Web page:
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cient basis--you cannot take it and speed it up without waste, or without cost. That is what it is. Waste is an invidious term. Costs that should be charged to the objective you have here.

Mr. CRAMER. Do you have any way of estimating the waste or additional cost of accelerating, for instance, these programs you suggest, such as irrigation, and water supply, and power projects, and whathave-you?

Mr. HUFSCHMIDT. I have no way of estimating it except that I have a notion, and this is backed up by some discussions with individuals who were associated with the Federal agencies. Last year's speedup program was taken on the existing notion that there is a certain limited amount of perhaps 5 percent of acceleration that can be had without too much cost. Then the cost rises rapidly if you try to push beyond this, and this

may change or vary with the individual project. There may be some Federal projects that are relatively underfinanced and are being carried along at what you might call less than efficient rates because there is only so much money in the total construction budget in the agency, and they spread it over a number of projects. To that extent, why, an acceleration can be had without any costs theoretically, or a little cost, but I don't think that there is an empirical evidence of how much cost is involved here.

Mr. CRAMER. You suggest irrigation, water supply and power projects as examples where good can be done. Aren't those minimal employment increase-type projects as compared to public buildings construction? Would not a minimal number of additional employees result per million dollars of additional expenditures in these types of projects as compared to public buildings? Isn't that correct!

Mr. HUFSCHMIDT. At the site. Yes.
Mr. CRAMER. That is what I am talking about.

Mr. HUFSCHMIDT. Of course, this program is an accelerated program, which involves not only at the site, but also the offsite employment. In fact, this was discussed specifically by Chairman Heller last week; and to the extent that you can increase orders, or accelerate orders, this has its effect in other areas. For example, this was done last year in connection with some of the water projects on last year's acceleration. There is a speedup of purchases of equipment and materials that would have to be used in the projects. But in terms of onsite-offsite ratios, it varies from project to project. I believe that there is a table in this committee print citing Labor Department esimates, and I believe that is probably the best thing. It is on page 13 of that Committee Print No. 15. The Labor Department estimates that the greatest offsite employment is associated with the classification of water supply and the least is associated with grading and drainage, which would be associated with highways, probably, I think; and reclamation also has a 1.6. Mr. CRAMER. I think we are pretty much in agreement. Mr. HUFSCHMIDT. Yes.

Mr. CRAMER. Onsite employment is less in these. Offsite, as compared to public buildings construction, and such, is comparable.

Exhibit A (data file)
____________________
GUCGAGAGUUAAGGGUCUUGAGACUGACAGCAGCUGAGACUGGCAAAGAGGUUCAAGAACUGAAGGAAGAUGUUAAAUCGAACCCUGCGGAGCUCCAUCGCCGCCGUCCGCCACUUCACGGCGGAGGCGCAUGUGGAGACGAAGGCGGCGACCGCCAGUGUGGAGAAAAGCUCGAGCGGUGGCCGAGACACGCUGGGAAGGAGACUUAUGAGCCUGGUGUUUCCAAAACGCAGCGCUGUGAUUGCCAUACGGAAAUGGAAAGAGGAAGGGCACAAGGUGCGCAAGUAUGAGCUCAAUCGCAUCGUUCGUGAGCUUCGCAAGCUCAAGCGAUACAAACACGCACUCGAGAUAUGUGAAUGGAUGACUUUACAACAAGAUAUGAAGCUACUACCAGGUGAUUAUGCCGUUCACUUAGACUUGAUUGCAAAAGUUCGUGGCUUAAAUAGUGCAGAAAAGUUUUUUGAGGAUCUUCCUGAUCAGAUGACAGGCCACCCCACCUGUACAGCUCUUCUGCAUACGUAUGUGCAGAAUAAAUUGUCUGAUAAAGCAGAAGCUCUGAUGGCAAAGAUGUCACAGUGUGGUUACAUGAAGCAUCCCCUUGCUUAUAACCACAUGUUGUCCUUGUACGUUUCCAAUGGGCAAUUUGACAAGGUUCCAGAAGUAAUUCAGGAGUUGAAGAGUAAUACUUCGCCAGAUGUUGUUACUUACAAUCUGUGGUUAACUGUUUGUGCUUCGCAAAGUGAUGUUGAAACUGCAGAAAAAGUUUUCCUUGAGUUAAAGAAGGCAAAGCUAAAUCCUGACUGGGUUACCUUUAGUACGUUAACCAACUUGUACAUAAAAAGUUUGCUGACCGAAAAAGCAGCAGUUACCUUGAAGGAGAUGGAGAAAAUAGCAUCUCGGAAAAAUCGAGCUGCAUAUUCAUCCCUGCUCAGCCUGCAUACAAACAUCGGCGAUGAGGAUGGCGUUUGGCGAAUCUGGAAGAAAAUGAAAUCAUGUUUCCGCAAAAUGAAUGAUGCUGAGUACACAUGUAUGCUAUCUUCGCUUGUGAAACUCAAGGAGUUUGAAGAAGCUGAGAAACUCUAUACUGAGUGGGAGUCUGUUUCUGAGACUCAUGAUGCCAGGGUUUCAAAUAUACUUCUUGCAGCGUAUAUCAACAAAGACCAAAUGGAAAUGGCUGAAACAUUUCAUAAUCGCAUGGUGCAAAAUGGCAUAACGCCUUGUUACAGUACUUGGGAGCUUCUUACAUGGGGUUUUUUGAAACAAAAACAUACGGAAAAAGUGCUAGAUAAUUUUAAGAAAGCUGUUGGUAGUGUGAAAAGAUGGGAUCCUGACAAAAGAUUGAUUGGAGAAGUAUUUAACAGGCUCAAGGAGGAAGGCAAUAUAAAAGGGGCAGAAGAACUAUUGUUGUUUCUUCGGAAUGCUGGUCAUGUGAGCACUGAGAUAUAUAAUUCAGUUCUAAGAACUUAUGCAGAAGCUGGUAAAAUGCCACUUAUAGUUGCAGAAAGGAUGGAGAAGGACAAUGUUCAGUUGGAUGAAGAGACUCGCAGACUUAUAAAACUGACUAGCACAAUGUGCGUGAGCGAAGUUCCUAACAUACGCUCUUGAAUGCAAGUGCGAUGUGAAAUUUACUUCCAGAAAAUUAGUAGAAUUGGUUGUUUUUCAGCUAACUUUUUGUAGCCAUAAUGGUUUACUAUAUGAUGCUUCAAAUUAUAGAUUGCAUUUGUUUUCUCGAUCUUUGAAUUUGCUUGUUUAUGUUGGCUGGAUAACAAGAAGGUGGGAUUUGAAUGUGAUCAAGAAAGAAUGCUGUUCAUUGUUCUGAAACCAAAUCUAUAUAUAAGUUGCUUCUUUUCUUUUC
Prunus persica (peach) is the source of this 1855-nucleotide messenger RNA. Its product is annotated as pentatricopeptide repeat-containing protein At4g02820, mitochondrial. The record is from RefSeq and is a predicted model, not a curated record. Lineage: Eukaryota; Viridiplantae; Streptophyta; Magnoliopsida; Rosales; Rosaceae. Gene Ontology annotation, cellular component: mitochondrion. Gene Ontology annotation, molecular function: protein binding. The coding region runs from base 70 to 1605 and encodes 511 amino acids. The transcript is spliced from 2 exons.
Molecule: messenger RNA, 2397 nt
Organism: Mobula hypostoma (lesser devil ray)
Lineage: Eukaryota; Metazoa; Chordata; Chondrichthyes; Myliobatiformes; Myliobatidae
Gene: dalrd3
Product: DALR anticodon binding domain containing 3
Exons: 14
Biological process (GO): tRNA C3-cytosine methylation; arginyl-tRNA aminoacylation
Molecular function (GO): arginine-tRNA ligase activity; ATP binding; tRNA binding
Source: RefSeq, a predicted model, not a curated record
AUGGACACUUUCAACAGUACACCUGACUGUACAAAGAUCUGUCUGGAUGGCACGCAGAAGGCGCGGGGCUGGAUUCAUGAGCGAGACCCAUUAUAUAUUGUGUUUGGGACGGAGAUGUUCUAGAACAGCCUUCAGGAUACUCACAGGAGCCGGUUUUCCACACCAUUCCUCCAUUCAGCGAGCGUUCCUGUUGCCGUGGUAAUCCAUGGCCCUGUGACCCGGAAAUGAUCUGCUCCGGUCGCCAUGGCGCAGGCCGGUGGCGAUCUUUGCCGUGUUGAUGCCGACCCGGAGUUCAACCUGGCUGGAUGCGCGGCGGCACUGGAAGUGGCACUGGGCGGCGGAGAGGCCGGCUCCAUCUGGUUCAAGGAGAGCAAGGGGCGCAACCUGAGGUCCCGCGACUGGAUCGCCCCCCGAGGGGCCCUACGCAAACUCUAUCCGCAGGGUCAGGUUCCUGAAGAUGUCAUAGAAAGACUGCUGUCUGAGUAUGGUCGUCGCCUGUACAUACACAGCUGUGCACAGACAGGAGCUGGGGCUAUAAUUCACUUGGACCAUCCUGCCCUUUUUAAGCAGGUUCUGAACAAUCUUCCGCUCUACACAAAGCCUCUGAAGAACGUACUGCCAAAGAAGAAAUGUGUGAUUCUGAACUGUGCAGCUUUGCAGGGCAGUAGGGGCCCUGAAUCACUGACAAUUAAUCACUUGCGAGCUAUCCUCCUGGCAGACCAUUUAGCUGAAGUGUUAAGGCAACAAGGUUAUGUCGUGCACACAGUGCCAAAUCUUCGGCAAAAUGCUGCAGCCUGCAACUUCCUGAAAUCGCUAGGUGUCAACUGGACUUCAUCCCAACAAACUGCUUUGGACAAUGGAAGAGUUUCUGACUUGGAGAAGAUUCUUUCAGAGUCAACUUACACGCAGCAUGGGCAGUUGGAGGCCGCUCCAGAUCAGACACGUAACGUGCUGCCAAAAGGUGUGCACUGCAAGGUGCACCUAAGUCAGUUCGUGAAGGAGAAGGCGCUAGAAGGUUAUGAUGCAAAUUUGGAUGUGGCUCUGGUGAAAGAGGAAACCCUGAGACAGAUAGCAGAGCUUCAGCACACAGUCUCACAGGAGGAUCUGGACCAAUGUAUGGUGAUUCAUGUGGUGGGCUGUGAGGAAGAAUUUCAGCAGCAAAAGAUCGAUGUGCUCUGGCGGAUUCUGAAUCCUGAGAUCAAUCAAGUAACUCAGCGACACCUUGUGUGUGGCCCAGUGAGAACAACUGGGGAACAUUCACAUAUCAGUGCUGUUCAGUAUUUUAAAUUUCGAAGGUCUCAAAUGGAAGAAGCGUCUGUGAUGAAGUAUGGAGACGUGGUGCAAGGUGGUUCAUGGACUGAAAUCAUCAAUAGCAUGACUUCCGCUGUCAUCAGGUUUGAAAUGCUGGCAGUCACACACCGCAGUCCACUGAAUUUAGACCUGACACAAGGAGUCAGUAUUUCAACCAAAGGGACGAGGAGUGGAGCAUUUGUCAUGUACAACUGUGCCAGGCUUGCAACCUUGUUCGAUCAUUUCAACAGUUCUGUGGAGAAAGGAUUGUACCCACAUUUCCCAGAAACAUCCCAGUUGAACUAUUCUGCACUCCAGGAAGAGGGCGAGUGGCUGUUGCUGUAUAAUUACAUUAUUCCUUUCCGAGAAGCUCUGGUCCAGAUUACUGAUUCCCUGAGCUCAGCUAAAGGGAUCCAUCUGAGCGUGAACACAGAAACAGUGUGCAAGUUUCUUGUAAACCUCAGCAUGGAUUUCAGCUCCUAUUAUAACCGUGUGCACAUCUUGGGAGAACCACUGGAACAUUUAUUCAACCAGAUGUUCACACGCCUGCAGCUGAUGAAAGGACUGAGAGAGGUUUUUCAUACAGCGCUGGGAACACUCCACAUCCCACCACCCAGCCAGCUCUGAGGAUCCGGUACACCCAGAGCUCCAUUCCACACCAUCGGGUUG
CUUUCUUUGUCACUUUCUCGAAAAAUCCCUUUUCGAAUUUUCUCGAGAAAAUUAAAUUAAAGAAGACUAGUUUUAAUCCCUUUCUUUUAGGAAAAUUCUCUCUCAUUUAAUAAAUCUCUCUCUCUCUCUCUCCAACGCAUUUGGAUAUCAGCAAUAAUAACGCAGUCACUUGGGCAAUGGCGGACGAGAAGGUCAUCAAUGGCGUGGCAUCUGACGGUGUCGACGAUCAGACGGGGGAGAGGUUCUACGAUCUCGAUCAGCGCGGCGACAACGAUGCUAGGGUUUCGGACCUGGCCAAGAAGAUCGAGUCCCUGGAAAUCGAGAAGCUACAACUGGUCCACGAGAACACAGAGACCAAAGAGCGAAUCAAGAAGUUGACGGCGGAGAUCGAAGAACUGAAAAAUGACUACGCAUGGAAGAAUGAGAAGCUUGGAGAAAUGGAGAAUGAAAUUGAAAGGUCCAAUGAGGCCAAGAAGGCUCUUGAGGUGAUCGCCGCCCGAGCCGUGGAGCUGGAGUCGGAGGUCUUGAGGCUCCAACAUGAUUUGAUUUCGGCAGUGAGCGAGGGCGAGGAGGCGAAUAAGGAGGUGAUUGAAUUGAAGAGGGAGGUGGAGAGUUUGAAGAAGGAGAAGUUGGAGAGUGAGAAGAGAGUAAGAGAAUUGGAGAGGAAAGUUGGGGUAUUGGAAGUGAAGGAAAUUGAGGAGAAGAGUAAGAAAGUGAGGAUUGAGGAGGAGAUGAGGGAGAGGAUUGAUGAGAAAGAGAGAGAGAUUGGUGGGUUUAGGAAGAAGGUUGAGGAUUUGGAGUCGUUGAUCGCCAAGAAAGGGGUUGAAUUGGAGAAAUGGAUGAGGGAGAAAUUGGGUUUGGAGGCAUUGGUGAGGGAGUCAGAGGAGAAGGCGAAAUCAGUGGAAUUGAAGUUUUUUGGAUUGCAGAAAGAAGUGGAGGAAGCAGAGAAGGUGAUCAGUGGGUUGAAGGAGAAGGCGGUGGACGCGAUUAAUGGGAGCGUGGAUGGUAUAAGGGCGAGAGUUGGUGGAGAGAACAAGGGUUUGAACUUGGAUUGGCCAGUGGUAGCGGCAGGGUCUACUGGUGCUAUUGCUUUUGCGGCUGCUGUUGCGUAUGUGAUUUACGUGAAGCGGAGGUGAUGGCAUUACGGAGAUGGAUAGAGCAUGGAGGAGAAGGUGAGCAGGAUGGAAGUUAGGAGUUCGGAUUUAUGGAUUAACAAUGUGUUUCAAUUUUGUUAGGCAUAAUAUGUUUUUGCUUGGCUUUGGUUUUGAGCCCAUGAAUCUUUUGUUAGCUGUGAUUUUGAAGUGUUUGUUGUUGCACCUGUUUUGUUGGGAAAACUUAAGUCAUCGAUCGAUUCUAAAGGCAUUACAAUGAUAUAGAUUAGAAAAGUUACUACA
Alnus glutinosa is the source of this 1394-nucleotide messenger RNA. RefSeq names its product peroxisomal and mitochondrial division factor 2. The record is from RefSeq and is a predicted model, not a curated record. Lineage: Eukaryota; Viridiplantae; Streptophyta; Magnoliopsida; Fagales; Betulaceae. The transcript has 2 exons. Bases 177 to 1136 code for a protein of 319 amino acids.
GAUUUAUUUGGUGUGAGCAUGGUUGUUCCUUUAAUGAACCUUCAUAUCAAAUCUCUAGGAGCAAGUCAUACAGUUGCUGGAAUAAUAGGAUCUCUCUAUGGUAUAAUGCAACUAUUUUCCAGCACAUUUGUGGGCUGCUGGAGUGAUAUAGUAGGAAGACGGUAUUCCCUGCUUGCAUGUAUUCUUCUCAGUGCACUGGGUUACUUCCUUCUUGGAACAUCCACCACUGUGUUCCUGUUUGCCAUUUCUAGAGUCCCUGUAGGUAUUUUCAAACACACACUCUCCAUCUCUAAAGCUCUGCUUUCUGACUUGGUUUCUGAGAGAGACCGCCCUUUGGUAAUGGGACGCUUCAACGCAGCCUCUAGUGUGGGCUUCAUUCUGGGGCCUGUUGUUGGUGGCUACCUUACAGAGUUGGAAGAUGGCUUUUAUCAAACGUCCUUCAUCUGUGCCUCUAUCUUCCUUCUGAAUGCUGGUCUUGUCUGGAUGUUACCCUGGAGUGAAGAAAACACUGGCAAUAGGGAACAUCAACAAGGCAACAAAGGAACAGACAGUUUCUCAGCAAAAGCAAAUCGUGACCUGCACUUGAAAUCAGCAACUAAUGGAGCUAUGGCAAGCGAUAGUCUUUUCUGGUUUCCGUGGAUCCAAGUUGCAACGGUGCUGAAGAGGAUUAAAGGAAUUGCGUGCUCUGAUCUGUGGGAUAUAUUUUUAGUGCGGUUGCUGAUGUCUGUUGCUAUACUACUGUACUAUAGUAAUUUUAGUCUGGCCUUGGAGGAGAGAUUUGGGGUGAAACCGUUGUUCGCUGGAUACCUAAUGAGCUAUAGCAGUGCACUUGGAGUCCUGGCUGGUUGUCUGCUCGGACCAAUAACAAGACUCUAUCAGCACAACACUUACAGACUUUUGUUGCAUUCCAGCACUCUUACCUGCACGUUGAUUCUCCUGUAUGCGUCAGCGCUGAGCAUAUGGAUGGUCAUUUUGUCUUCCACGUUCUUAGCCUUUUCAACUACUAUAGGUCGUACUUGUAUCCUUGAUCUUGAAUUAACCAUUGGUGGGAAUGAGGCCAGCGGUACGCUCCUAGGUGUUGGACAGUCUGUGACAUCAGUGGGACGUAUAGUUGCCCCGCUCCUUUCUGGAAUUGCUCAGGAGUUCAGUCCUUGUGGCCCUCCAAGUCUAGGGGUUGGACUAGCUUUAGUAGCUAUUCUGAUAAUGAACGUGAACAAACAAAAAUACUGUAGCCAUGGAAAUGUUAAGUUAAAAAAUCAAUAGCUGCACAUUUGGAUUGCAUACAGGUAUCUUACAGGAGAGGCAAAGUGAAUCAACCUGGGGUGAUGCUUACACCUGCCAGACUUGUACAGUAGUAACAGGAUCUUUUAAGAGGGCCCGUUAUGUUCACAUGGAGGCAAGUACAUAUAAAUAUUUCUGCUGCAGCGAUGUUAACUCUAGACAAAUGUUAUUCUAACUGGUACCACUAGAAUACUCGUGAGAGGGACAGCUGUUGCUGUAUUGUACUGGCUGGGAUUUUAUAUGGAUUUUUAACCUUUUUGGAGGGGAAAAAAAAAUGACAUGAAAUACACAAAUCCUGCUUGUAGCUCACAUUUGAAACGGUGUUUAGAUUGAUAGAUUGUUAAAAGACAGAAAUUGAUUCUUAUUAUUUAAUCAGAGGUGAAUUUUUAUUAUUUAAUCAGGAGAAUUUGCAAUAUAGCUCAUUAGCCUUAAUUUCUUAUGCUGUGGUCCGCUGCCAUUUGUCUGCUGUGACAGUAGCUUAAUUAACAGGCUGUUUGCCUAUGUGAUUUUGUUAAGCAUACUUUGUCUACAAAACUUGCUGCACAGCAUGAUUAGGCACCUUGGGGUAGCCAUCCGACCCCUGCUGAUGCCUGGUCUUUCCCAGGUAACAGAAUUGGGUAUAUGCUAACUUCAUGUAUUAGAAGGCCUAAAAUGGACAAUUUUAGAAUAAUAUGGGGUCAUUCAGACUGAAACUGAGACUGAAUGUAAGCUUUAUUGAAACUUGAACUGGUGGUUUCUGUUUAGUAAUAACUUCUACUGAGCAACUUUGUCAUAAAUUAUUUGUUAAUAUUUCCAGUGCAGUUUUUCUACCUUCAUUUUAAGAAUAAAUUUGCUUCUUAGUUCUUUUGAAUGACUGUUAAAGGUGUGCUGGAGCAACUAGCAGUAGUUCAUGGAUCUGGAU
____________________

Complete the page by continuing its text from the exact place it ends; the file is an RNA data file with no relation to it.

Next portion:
Mr. HUFSCHMIDT. That is right.

Mr. CRAMER. According to the President's Bureau of the Budget Staff Report, entitled “Federal Fiscal Behavior During the Recession of 1957–58," it shows that in public works expenditures, water re

sources and related activities in 1957 the Federal Government pumped in either by existing or new projects nearly $1 billion in 1957 in this one area alone$969 million. In 1958 it was $971 million. In 1959, $1,024 million, or a little over $1 billion. In 1960, $1,080 million; in 1961, $1,221 million.

Farmers Home Administration, farm housing loans, in 1957. $21 million; in 1958, $33 million; in 1959, $61 million; in 1960, $43 million and in 1961, $40 million.

Highways, grants to States; on other than the Interstate System was $729 million in 1957; $791 million in 1958; $1,095 million in 1959; $923 million in 1960; and $902 million in 1961. On the Interstate System alone, in 1957, $296 million; in 1958, $673 million; in 1959 $1,481 million; in 1960, $1,901 million; and, in 1961, $2,078 million.

In 1961, for instance, that means Federal expenditures for these purposes of $1,241 million in one year, and now the administration says we still have serious unemployment problems. Does this not most clearly point up what you yourself indicated? If you are going to put money into public works to create jobs in private employment, it takes very substantial amounts?

Mr. HUFSCHMIDT. I am not familiar with the figures you are citing there. At least the water resource figures. Aren't they the total public expenditures for water resources for those fiscal years, rather than increases over some base? The important point in using public works for this purpose which we are discussing here is the actual net addition to expenditures which would have otherwise occurred, and also the timing of it. I would agree with you we need substantial amounts, and perhaps also I would say that the limiting factor is perhaps not so much the availability of needed things to be done, nor the need for the employment impetus, but the limiting factor is the ability to use this particular tool.